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    For the record Anthony did not write the book!! He has A Translating group who does not understand a lot of the context. It is very difficult to do translations correct if you do not know context especially during olden time periods.
    Does he understand ancient Japanese language and can read the Kanji because even for actual Japanese citizens they have a hard time understanding older kanji especially when it comes to martial arts.
    I can say possible those people may be able to read and understand Kanji but Anthony can not so what does he do? Seems take credit.

    So a guy who takes credit for other people's translating should be taken as the source rather than actual Japanese who have done more research in the field than Anthony has been alive lol. I find it interesting you would take Anthony side over Don Roley who is most likely one of the authorities on Ninjutsu and Japanese language in the West.

    Well I guess he is now what the grand master of some dead ninja school that the family most likely were like sure whatever thanks for the money have fun playing ninja.
     
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  15. oaktree

    oaktree Master of Arts

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    Speaking about translating older texts it is a lot of work, though there are modern commentaries for all the person translating knows they could be wrong too lol.
    Another problem is reading Kanji/Hanzi sometimes what is meant say 100 years ago may not mean the same thing now, sometimes depending on the context may be a play on words or hell even a spelling error!

    Sometimes commentaries are just saying what they think it means though the original passage may be something different. If someone is not familiar with context you get a translation that may be word for word but not what the author is really saying.

    Asking the average Japanese to translate a Ninjutsu book from over 300 years ago well they are not going to understand a lot of the readings unless they specialize in that type of subject. In conversations with other Japanese and Chinese on translating ancient books for example they might translate say the word thunder bolt which is English correct however the correct term would be a vajra because they do not understand context.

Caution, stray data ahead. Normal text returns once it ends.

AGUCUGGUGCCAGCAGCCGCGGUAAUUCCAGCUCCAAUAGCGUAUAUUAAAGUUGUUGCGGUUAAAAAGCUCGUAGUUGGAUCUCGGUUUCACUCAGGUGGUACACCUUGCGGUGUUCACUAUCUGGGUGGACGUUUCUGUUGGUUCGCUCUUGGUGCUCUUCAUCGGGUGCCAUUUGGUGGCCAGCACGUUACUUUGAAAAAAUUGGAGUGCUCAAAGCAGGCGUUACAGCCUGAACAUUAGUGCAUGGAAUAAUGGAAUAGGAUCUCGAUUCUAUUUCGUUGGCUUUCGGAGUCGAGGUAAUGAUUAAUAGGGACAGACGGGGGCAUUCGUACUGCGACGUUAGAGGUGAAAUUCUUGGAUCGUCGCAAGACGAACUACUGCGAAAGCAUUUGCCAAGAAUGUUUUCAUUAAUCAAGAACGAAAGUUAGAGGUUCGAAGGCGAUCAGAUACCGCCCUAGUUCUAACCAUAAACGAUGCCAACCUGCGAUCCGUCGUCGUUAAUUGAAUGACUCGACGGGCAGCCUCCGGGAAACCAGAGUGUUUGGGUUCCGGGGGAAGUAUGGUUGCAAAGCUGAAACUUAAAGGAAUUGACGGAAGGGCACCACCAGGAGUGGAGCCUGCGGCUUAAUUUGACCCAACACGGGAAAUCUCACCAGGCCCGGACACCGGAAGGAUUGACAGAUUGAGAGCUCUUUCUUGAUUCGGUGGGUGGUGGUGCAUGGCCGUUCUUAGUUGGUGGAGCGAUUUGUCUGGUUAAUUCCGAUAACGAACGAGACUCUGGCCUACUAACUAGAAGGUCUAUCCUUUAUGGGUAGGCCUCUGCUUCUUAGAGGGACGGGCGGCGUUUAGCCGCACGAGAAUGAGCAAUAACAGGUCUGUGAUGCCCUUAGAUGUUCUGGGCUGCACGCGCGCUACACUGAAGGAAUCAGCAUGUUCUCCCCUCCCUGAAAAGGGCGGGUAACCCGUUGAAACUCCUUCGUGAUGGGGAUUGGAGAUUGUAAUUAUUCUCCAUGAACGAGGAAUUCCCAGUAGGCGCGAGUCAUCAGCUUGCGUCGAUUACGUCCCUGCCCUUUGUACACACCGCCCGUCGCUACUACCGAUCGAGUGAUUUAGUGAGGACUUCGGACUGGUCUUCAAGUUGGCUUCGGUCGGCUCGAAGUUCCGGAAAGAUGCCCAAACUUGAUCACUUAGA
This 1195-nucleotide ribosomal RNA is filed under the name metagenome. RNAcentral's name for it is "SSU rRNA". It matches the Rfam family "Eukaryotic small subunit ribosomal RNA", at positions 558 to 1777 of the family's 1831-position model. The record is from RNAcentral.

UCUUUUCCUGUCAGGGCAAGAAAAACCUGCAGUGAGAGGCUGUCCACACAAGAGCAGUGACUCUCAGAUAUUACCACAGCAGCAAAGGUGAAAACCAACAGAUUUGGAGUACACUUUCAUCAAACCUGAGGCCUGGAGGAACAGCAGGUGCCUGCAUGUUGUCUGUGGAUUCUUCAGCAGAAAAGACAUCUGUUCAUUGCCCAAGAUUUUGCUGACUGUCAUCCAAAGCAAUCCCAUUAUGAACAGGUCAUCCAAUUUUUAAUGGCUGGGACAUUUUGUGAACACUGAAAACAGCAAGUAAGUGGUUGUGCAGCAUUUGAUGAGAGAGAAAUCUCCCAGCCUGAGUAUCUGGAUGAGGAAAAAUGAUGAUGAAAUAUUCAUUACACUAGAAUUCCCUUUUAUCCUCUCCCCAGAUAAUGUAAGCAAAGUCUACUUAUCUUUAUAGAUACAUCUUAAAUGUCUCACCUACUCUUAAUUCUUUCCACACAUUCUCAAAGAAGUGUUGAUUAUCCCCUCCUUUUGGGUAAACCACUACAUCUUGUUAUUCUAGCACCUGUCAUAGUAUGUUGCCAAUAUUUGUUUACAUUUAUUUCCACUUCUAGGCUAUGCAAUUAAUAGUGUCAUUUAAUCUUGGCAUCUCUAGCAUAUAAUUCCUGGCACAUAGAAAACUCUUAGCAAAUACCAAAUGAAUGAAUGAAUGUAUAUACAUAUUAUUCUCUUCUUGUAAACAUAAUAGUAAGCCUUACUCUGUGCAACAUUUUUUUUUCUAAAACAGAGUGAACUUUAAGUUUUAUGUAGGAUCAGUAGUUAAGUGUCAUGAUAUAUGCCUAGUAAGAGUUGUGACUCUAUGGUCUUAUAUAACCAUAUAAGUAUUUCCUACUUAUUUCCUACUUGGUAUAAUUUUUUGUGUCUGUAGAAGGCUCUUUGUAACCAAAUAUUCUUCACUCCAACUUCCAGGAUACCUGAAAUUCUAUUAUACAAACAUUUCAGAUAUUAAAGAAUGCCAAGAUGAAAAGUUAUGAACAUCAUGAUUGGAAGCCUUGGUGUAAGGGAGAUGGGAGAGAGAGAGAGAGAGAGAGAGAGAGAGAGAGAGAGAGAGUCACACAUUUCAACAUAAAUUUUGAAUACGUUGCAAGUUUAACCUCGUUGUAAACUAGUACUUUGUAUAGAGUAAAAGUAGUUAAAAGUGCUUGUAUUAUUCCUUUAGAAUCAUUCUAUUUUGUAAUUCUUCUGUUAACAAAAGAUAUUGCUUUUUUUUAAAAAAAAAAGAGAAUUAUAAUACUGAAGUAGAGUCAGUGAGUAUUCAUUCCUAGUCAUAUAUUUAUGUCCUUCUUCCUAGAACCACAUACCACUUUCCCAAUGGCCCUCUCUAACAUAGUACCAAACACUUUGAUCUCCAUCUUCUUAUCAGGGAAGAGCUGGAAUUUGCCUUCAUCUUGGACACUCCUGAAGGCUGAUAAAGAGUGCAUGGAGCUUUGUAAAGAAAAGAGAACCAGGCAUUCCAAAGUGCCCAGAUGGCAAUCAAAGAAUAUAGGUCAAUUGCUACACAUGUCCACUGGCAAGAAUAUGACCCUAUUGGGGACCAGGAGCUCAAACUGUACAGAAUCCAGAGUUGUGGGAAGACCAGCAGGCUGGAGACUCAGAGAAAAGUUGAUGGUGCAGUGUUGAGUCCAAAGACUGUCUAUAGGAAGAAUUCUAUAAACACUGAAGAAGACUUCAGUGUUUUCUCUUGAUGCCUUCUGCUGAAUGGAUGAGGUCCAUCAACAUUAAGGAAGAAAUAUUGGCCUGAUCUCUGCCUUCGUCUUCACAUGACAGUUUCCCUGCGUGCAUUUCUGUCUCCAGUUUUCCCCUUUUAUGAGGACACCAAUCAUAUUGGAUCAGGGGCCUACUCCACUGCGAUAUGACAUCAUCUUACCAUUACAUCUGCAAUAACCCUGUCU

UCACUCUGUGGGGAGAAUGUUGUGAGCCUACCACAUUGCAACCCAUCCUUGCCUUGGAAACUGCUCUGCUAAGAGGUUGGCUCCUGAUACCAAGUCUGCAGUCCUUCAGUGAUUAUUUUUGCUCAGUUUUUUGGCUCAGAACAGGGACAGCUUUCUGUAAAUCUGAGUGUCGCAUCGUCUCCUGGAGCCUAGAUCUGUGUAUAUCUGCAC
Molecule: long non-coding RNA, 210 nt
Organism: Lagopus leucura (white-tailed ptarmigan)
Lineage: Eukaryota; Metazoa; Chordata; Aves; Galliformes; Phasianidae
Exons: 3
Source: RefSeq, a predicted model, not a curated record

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  16. Tony Dismukes

    Tony Dismukes Senior Master

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    Just FYI, Steve Hayes only lived a short time in Japan and was relatively inexperienced in the art at the point he started writing books.
     
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  17. Sami Ibrahim

    Sami Ibrahim Green Belt

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    I never said he wrote books I said his team translated authentic shinobi scrolls, I apologize for any confusion.

    Does he understand ancient Japanese language? He understands a little bit but he knows that language is not his area of expertise, that is why he has a team including language experts and Japanese Koryu heads etc that all work together to produce the best translation and so they can make sure its in the correct context. No translation is flawless but it certainly represents the best work available to the Western audience of authentic shinobi scrolls.

    As for taking credit? He never takes credit for other peoples works, he always speaks so highly of his team and gives credit where credit is due including to the actual shinobi that put the original scrolls together in the first place.